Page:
Goulburn Herald and County of Argyle Advertiser (NSW : 1848 – 1859), Saturday 15 October 1853, page 3


(From the Melbourne Morning Herald.)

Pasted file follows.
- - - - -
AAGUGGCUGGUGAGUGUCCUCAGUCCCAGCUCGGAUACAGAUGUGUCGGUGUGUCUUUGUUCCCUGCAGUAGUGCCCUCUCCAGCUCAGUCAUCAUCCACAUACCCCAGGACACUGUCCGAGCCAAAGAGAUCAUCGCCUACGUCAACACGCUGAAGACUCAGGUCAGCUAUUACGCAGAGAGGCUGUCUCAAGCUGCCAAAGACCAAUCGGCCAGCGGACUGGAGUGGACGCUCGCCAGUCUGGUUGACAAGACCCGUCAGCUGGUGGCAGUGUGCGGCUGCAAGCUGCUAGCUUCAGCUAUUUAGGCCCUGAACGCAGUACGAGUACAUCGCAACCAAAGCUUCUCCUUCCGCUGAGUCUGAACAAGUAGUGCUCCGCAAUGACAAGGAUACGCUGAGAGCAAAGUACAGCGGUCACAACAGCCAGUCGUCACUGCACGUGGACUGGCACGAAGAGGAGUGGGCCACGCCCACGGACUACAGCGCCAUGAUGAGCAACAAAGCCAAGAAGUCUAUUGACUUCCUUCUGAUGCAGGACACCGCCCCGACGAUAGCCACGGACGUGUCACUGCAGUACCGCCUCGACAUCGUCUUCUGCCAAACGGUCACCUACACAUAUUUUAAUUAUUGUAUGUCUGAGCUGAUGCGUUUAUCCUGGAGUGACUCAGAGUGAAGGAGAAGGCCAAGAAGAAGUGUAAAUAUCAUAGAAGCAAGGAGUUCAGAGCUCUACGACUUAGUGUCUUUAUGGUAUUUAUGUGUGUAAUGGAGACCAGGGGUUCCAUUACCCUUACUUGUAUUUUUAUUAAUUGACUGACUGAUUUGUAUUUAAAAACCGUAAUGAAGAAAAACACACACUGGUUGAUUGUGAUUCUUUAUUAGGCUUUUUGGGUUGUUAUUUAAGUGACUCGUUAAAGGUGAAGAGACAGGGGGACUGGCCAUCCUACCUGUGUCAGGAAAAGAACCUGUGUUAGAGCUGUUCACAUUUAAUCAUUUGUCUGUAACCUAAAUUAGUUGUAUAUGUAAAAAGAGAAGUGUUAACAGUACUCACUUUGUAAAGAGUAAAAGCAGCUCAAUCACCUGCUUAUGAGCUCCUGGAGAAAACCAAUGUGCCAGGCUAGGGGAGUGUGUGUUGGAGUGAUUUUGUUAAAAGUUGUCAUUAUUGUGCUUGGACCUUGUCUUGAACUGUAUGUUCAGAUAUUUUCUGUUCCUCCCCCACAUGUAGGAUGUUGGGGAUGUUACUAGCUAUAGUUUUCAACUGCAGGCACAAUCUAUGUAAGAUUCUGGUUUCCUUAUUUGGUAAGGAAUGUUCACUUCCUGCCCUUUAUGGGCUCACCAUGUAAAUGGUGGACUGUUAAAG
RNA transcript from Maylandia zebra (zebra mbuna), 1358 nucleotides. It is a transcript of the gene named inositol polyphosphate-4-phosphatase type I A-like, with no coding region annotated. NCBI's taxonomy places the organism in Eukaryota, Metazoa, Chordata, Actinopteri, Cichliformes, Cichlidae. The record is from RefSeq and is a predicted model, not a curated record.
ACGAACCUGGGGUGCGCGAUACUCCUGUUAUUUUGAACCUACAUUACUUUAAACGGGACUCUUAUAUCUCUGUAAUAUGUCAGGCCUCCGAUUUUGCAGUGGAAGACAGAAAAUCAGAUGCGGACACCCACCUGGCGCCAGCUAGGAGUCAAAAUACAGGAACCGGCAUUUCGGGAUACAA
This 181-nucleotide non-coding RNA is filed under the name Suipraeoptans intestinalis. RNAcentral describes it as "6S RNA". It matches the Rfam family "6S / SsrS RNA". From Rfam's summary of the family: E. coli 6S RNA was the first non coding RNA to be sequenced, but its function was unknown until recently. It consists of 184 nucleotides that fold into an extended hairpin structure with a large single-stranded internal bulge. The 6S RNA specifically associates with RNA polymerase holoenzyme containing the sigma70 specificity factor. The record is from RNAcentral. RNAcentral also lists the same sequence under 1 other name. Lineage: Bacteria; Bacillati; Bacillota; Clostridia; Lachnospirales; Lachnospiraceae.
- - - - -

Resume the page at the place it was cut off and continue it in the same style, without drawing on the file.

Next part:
On Monday morning, October 3rd, at the usual hour of eight o’clock, George Melville, George Wilson, and William Atkins were executed in the accustomed manner, for having taken part in the murderous attack on the Private Gold Escort. The daring nature of the offence and the merciless atrocity with which it was carried through, have been fully depictured to the public in the narrative of their trial in our impression of Oct. 1st. It will probably be borne in mind that four troopers of the Escort were shot down by the ruffians, and one of the wounded men was deliberately fired at as he lay upon the ground unable to rise. Thus, having been convicted of a crime of this fearful nature, no hope was left to them for mercy in this world, and accordingly when the announce-ment was made to them that they would suffer on Monday, October 3rd, they expressed no surprise, except at their being allowed so short a time to live. The Rev. G. Studdert has been in close at-tendance on them since their condemnation and has been led to hope that (although they made no distinct confession of this crime) yet that in their admission of having led bad lives, he saw some signs of contrition and resignation. Melville and Atkins have been visited frequently in gaol by their wives; and on Sunday evening the Mayor and Dr. Singleton went to the prison to see them. The wretched men slept soundly for some hours on Sunday night, and having woke about four and five o’clock in the morning, dressed themselves with some attention to outward appearance. Each of them wore clean linen, and were scrupulously neat. At an early hour the Rev. G. Studdert, the ordinary of the gaol, arrived, and from that mo-ment the men were engaged in religious exercises. At eight o’clock the High Sheriff went to the cell and announced that the hour had ar-rived. Melville was the first to leave the cell: he was dressed in a black surtout coat, white waistcoat and trousers. He appeared very pale and nervous, and his countenance showed that his mind was fearfully at work. He was immediately pinioned, and the white cap put upon his head. Immediately after, Wilson was called out; he was dressed in a white linen coat and trousers, and a black waistcoat; upon his leav-ing the cell he begged to be allowed to speak, and on the Sheriff bowing in reply, Wilson made what appeared to our reporter to be an earnest appeal, but not being allowed to be within hearing, our reporter is unable to record the prisoner’s dying remarks. Melville turned round and looked at Wilson during this address. Wilson having been heard, was pinioned, and the preparations with respect to him completed, Atkins was next led forth, dressed in a rough brown coat, grey waistcoat and trousers. This prisoner said nothing, and all having been now pinioned, the men walked forward to the scaffold in the order which they left the prison cell. The clergyman walked alongside, repeating the solemn burial service of the Clhurch of England. The men walked with a tolerably firm step, especially Wilson, whose rather im-pudent air remained with him to the last. Atkins was the most subdued; Melville appeared to be engaged in prayer. As the melancholy procession merged from the gaol into the prison yard, Melville reccogized an eminent barrister present and nodded to him. They now reached the scaffold, which they ascended in the same order of rotation. Arrived at the top of the scaffold, Wilson addressed the people, in which he spoke of Capt. McMahon, Mrs. Clancy, and other witnesses, whom he said he freely forgave for their share in giving evidence against him; he said that a man now in gaol, charged with the St. Kilda robbery, was quite innocent of that transaction. (He alluded here to Simon Russel. Wilson himself is said to have been concerned in the St. Kilda affair) Melville also began to speak, but affecting to believe that the people were too far off to hear him, he stopped short, after saying he could not make himself heard, and wished them all a very good morning. (There was a considerable crowd of spectators, the largest, we believe, ever present at an execution) Atkins made no remark. The dreadful scheme of public death being now arranged in all its details, the executioner having placed the ropes around their necks, fixed the men in their relative positions, and having drawn their caps over their eyes, Walsh (the hangman employed) descended the stairs to draw the fatal bolt. This was done, and the men fell, convulsed with the throes of the deathstruggle. Atkins died almnost immediately; Wilson and Melville struggled for some time; but the executioner having drawn down the legs of Melville with considerable force, he presently ceased to move. Both Melville and Wilson appeared to die hard. There was no post mortem examination; Mevlille’s body was applied for by his wife, and given up to her. The other bodies will be buried in the usual ground. We believe that Wilson has twice before been sen-tenced to death; and in each case has been convicted through the evidence of an approver. He had led, it appears, a most desperately wicked life. Melville was sent to Van Diemen’s Land in 1842 for at burglary committed in England. The wretched wife of Atkins is left quite destitute, and to add to her troubles, is near her confinement. She appears to be in a most pitiable state of mind. The weather on the morning of the execution was unexpectedly fine, which with the peculiar boldness and atrocity of the crime, may account for the large concourse of spectators. There was a considerable number of persons within the walls of the prison, including the officials, turnkeys, and police present.

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